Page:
AAPS Has Leave to Amend ABMS Anti-Trust Suit-Wes
The federal court in the Northern District of Illinois has granted leave to AAPS to provide more detail as to how Maintenance of Certification (MOC®) harms patients in AAPS v. American Board of Medical Specialties, 14-cv-2705-ARW (N.D. Ill. Dec. 13, 2017). Because antitrust laws exist to protect consumers, not competitors, the court is requiring further specificity as to the harm to patients that is allegedly inflicted by MOC®.
In addition, the court wonders whether the American Board of Medical Specialties (ABMS) and other MOC-related organizations have any control over insurance companies to require MOC® as a condition of participating in their plans. To the extent anyone is aware of a specific relationship between ABMS and insurance companies, or a mechanism by which ABMS may have some influence with insurers, then please let AAPS know.*
AAPS plans to add to its allegations ways in which representations made by ABMS and board-certifying societies harm physicians who decline to participate in MOC®. (emphasis mine) In the past some board-certifying societies have posted disparaging statements about physicians who do not waste the substantial time and money on remaining current with onerous MOC® requirements. For now, the court considers some of these pro-MOC® statements to be mere opinion, which is not actionable, but AAPS can submit stronger examples of unfair disparagement with its upcoming amended complaint.
This legal struggle is far from over, and AAPS observes that earlier this year a district court in New Jersey held there is a valid claim for an antitrust violation by how membership in the American Osteopathic Association is required as a condition of maintaining certification by D.O.s.
The AAPS case was initially filed in New Jersey in 2013 (https://tinyurl.com/ycndp3rx), and the courts have not acted until now, except to grant an ABMS motion to change the venue to Chicago. In dismissing the case as pled, the Court focused on the “voluntary” nature of MOC®. It had not been demonstrated that ABMS has sufficient market power to restrain trade, decrease output, or raise prices. “Antitrust laws protect competition, not competitors” (https://tinyurl.com/yapc4no5). Patients can supposedly find another doctor, or another hospital — somewhere.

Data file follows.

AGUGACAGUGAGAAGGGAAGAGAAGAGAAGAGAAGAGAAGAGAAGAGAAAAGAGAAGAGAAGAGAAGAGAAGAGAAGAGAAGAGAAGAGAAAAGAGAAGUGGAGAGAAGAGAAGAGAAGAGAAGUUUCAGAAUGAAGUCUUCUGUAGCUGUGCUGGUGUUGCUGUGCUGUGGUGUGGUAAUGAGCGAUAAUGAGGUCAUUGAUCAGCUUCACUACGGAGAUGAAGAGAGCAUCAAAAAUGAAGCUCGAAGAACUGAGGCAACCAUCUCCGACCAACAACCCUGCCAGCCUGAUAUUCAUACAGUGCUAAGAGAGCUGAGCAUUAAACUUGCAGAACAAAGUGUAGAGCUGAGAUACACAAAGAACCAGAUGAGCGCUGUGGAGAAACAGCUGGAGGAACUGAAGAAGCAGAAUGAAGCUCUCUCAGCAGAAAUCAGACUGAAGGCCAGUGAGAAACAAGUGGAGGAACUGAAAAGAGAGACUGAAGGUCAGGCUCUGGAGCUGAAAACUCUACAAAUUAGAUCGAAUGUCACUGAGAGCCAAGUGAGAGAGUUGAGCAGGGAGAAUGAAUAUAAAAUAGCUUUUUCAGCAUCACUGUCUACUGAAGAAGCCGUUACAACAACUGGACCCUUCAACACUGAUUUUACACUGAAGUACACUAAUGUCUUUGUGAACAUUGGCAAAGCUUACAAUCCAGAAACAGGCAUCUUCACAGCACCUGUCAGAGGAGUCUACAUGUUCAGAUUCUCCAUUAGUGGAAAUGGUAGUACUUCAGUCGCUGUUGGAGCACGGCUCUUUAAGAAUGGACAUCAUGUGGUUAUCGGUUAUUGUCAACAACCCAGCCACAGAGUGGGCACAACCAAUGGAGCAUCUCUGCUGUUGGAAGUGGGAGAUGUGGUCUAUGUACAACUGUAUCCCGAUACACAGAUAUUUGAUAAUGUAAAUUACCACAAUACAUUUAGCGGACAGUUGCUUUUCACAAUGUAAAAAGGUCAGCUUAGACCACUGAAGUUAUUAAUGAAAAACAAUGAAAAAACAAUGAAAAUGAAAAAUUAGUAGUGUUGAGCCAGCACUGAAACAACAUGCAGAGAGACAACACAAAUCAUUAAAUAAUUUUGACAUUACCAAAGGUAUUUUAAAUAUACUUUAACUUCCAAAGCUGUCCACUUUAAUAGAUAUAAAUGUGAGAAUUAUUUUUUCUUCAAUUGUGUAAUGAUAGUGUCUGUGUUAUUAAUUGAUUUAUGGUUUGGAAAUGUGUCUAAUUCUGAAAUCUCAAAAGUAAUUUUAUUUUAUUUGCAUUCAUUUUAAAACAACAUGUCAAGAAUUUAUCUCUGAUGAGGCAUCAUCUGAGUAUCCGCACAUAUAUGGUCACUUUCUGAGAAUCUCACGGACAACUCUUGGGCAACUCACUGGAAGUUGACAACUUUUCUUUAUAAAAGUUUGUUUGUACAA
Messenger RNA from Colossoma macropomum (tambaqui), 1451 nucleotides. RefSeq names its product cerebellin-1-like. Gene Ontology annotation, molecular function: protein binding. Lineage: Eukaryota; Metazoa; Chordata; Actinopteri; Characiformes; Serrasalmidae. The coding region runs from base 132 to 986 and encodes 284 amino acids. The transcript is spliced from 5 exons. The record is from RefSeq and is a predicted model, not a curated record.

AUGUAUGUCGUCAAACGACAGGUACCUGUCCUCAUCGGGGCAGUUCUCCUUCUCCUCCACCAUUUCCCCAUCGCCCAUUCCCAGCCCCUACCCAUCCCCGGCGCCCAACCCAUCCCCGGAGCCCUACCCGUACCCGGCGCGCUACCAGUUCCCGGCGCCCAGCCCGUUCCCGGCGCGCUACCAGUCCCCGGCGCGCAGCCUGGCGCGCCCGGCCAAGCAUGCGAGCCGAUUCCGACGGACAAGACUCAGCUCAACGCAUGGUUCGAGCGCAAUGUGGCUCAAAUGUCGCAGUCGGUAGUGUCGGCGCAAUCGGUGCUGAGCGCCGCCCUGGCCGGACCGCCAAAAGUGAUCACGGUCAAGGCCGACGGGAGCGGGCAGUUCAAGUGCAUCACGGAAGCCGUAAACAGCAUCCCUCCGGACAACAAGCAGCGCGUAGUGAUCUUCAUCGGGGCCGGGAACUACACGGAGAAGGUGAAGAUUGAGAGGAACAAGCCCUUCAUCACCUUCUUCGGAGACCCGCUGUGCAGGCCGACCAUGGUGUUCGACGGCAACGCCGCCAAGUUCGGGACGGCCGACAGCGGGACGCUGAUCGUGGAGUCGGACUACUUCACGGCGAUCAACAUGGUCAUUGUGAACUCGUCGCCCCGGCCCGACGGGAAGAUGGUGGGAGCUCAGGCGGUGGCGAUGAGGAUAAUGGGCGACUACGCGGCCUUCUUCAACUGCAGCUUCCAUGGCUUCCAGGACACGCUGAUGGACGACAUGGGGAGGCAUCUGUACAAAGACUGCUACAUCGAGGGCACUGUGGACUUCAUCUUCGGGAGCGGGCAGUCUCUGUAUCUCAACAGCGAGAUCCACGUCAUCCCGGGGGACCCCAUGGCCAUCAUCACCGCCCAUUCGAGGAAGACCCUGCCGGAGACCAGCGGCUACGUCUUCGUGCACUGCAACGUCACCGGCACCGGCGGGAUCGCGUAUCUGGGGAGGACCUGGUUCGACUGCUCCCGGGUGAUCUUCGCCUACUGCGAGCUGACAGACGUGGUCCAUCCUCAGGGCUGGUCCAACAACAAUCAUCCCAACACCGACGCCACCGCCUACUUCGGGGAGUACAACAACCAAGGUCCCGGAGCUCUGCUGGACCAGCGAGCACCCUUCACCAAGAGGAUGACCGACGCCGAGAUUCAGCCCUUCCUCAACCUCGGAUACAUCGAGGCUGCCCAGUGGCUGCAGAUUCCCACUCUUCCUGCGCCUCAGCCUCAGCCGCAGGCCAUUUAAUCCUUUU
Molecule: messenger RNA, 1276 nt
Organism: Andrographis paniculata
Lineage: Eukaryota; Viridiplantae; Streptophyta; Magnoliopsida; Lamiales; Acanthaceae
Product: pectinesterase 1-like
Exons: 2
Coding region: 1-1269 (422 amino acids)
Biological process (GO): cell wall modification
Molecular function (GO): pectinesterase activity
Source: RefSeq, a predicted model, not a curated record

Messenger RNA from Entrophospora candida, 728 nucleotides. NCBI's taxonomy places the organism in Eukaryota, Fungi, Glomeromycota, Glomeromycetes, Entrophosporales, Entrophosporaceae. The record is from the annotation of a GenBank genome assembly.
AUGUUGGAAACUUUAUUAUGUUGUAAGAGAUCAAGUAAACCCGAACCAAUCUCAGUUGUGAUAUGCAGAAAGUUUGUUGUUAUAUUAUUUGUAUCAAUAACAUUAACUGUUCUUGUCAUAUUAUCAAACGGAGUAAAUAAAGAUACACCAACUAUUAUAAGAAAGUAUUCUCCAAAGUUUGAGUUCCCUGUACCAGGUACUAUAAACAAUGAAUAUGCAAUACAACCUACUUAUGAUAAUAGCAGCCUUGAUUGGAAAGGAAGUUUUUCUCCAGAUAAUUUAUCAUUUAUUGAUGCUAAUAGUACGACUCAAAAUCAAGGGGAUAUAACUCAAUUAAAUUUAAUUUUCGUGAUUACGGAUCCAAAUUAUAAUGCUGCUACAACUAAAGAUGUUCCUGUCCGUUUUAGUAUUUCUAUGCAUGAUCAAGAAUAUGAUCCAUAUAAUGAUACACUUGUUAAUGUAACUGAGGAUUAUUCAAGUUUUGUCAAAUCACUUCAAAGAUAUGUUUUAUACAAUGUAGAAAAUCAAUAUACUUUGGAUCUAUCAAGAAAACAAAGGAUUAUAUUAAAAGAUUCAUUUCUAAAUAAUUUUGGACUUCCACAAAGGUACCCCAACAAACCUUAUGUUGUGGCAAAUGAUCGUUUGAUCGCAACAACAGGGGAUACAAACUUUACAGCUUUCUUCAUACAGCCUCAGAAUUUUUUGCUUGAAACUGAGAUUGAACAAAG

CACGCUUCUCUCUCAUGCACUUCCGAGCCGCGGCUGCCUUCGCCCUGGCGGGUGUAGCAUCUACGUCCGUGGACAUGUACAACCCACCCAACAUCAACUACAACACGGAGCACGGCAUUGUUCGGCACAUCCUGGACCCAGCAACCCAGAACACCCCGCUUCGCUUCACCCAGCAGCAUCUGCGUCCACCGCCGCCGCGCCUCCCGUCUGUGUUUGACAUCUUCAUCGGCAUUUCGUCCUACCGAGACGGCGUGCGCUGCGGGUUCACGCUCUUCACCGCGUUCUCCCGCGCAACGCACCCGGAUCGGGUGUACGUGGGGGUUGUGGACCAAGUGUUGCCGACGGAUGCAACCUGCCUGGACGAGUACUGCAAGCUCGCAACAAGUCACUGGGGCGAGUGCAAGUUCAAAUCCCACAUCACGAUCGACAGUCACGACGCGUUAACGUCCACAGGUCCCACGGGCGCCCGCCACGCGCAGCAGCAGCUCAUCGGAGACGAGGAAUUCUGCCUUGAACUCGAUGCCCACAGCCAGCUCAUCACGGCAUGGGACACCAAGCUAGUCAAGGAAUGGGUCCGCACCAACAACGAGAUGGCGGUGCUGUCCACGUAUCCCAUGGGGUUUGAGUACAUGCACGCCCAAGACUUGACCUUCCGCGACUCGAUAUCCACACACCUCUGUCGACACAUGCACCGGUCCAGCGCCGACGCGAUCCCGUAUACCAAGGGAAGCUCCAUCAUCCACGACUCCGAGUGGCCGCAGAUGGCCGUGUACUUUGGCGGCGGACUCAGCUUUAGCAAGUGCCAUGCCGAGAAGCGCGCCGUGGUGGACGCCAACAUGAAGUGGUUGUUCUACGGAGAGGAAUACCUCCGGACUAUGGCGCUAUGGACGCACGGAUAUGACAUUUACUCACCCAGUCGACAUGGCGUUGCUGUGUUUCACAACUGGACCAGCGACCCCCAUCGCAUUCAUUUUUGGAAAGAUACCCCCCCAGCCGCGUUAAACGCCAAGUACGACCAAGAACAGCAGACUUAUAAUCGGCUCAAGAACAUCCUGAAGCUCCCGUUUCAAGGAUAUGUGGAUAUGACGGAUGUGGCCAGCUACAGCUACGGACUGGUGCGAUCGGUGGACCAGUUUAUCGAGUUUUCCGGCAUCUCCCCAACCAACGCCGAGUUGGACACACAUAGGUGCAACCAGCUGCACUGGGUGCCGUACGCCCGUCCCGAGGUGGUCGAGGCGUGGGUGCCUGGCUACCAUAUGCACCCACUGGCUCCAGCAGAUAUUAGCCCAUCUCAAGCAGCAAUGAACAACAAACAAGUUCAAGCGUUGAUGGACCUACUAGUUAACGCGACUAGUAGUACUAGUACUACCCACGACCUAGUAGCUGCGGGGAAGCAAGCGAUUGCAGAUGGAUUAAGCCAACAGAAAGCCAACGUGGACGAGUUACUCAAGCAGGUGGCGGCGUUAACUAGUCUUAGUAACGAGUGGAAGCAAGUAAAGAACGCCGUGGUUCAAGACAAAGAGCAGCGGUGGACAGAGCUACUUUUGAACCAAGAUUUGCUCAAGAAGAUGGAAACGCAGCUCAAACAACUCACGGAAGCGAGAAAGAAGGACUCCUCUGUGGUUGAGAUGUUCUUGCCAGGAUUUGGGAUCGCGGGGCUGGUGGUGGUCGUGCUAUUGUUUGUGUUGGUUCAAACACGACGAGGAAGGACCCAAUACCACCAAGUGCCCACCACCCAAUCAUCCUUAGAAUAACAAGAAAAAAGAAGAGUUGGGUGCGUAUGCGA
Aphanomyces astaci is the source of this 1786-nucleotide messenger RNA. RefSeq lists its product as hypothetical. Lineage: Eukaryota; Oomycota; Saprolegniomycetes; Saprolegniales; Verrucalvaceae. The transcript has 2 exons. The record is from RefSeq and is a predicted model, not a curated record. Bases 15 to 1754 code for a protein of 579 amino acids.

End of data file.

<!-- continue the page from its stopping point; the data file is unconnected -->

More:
* AAPS should look no further than Blue Cross/Blue Shield of Michigan's disenrollment of Meg Edison, MD from several insurance panels and then sending her patients letters about the disenrollment solely on the basis of her failing to pay her Maintenanance of Certification fee. Their near instantaneous electronic collusion with an ABMS member board (American Board of Pediatrics) is damning and is facilitated by the for-profit wholly-owned subsidiary of ABMS, ABMS Solutions, LLC (domiciled in Atlanta, GA) selling Board certification status to third parties. AAPS should also be interested that Margaret O'Kane of the National Committee on Quality Assurance (that sets credentialing standards for insurers) is also a public member of the ABMS Board of Directors.